Starting mileage: 19040 km
Day started: 11:00
Day ended: 21:00
The short strip of the Causeway Route between Ballycastle and Portrush contains probably 90% of everything an average tourist wants to see in Northern Ireland. As such, it’s also one of the most affluent parts of the Six Counties, with towns such as Ballycastle full of good pubs and cafes. At last we were able to sample a few Irish beers (Smithwicks being the all-time favourite) as we watched the ferries departing for the nearby Rathlin Island – a place with far more history than the town itself, being a large island half-way between Ireland and Scotland; it’s seen its share of Viking raids, Scottish and Ulster clans vying for supremacy, and several massacres inflicted by the English.
Not far north of Ballycastle, still along the Causeway Route, we started seeing signs pointing to an attraction which merited – in the eyes of the sign-makers, at least – as much attention as the Causeway: the Carrick-a-rede Rope Bridge. The huge and full car park in front ensured us that this was going to be something big.
Carrick-a-rede means “a rock in the road” of salmon, being set in the middle of apparently the richest salmon catchings in the area. The rock was connected to the shore with a rope bridge, 30 m high and 20 m tall, and it was this rope bridge – or at least, its modern version – which was the source of all the commotion.
Two things jumped immediately to my mind when I saw the bridge up close, as we moved slowly in the long line of tourists trying to cross there or back to mainland: one, why would the fishermen need to cross the bridge at all, when it seemed they could simply row the few dozen meters from the beach? And two, the whole thing seemed rather over-hyped. Perhaps if you suffer from extreme vertigo, crossing the relatively wide and safe bridge over the “chasm”, which doesn’t seem neither all that high or that wide up close, is an adventure, but if you’re relatively fine with heights, this is just a crossing from one place to another; the stairs up Tintagel Castle, for example, were a lot more challenging than this “blood-curdling” passage.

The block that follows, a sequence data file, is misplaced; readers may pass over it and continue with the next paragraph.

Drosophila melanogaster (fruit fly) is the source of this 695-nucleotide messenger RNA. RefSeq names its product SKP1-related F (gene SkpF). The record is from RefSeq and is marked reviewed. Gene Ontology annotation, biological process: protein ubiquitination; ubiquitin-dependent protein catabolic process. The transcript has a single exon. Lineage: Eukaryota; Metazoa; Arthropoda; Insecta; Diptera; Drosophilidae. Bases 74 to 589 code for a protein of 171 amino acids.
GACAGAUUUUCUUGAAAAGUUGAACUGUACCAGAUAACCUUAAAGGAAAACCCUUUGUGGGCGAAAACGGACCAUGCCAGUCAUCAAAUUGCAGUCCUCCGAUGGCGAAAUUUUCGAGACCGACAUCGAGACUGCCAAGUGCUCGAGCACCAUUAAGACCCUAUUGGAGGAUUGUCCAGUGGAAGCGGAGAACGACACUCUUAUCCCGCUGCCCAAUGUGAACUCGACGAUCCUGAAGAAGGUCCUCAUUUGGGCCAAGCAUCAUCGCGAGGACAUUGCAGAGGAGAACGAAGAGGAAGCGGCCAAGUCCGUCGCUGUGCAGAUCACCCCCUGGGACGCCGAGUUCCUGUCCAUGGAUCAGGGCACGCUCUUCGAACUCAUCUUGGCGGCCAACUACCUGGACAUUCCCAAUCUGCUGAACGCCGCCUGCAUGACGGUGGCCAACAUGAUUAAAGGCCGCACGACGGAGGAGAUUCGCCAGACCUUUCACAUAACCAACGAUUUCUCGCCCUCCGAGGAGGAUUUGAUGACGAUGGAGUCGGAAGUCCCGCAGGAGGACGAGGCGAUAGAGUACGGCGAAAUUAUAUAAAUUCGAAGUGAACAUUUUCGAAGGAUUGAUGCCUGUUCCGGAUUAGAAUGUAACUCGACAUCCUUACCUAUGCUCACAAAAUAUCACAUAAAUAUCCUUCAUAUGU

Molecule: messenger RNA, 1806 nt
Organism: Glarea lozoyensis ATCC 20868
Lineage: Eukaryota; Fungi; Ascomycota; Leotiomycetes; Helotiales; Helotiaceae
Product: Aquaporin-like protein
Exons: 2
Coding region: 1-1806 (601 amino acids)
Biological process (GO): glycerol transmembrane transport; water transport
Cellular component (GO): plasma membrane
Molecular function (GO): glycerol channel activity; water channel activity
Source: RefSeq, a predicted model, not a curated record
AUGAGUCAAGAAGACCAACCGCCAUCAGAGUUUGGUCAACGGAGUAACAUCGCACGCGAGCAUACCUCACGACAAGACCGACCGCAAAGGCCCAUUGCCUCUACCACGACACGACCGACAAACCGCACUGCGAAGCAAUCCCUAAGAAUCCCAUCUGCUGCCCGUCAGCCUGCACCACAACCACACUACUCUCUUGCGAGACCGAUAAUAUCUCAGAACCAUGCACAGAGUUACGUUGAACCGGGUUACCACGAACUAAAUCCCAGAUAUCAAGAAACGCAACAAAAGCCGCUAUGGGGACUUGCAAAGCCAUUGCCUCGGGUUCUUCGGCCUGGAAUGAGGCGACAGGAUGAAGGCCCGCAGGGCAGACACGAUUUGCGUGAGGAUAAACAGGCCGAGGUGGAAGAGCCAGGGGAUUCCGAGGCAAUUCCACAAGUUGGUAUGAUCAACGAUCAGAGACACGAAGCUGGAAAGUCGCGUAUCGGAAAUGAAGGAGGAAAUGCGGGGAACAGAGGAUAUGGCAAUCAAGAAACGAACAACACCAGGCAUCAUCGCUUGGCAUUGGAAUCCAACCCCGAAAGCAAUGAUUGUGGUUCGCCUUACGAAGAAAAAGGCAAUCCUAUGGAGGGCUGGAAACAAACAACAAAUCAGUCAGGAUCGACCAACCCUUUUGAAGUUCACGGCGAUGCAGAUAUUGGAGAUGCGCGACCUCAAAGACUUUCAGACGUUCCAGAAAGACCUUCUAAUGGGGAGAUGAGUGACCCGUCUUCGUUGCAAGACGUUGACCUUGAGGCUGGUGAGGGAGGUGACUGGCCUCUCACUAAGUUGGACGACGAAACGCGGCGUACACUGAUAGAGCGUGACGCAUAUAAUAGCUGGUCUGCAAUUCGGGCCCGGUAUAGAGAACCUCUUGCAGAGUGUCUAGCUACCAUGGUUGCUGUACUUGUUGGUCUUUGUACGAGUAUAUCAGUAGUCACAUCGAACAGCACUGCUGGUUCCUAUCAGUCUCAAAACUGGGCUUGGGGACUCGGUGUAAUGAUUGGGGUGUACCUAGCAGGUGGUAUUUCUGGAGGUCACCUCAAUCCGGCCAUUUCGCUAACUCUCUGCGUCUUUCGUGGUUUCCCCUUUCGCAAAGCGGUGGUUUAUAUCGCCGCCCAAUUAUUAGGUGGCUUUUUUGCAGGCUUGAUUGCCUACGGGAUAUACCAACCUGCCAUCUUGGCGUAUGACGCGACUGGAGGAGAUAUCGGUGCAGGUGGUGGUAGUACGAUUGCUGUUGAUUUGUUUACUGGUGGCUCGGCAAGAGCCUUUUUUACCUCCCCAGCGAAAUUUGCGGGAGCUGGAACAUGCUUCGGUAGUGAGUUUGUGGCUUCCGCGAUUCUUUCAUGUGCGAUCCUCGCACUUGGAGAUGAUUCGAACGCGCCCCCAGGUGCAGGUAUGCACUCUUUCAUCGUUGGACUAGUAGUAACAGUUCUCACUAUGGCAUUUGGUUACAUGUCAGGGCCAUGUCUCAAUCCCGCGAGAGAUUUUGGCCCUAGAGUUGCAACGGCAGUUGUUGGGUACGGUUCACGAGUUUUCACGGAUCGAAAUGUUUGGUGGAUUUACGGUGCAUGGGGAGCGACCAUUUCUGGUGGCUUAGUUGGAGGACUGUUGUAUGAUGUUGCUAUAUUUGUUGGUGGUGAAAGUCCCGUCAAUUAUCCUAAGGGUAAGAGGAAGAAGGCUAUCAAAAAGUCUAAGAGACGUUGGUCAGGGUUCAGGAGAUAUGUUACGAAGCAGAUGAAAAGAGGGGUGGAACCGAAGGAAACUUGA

The islet itself gives superb views across the sea and over green cliffs and to the even smaller rock further into the sea, where there’s a colony of sea birds including fulmars and a pair of black guillemots – a rarer variety, which lives mostly in Ireland and western Scotland.
Setting up the rest of the day required a bit of logistic juggling, and still we weren’t sure if we’d manage everything we wanted to see before dusk; this was a slow-moving day on the map, but a hectic one on the ground, as we jumped from one attraction to another. Luckily, we weren’t the only ones in this situation, and as we discovered, the opening times of all the places were adjusted to the busy schedules; along the way we continued passing coach-loads of international tourists: Spanish, German, Chinese, Korean, and of course dozens of Americans searching for their roots.
The Bushmills Old Distillery (possibly world’s oldest distillery, operating since 1608), normally open until 4pm, was today open until 6pm, so unlike in Plymouth, this meant we could take part in the tour of the place, led by the girl with the most astonishing Northern Irish accent imaginable; the distillery tours are always fun, not just because there’s always free tasting of the local product at the end, but because the guides try hard to explain why the particular whisky – or whiskey – is different from others, and it’s usually fairly educational.
The main difference between Irish and Scotch, as we’ve learned, was the drying process: the Irish whiskey is dried with clean air instead of peat smoke. This is what creates the difference in taste; Irish has none of the smokiness and dryness of Scotch: it’s a lot more mellow drink, sweet, almost honey-like, much better suitable as base for drinks and desserts (Irish Coffee is just not the same with Scotch). We sampled 12 year-old Distillery Reserve and Black Bush.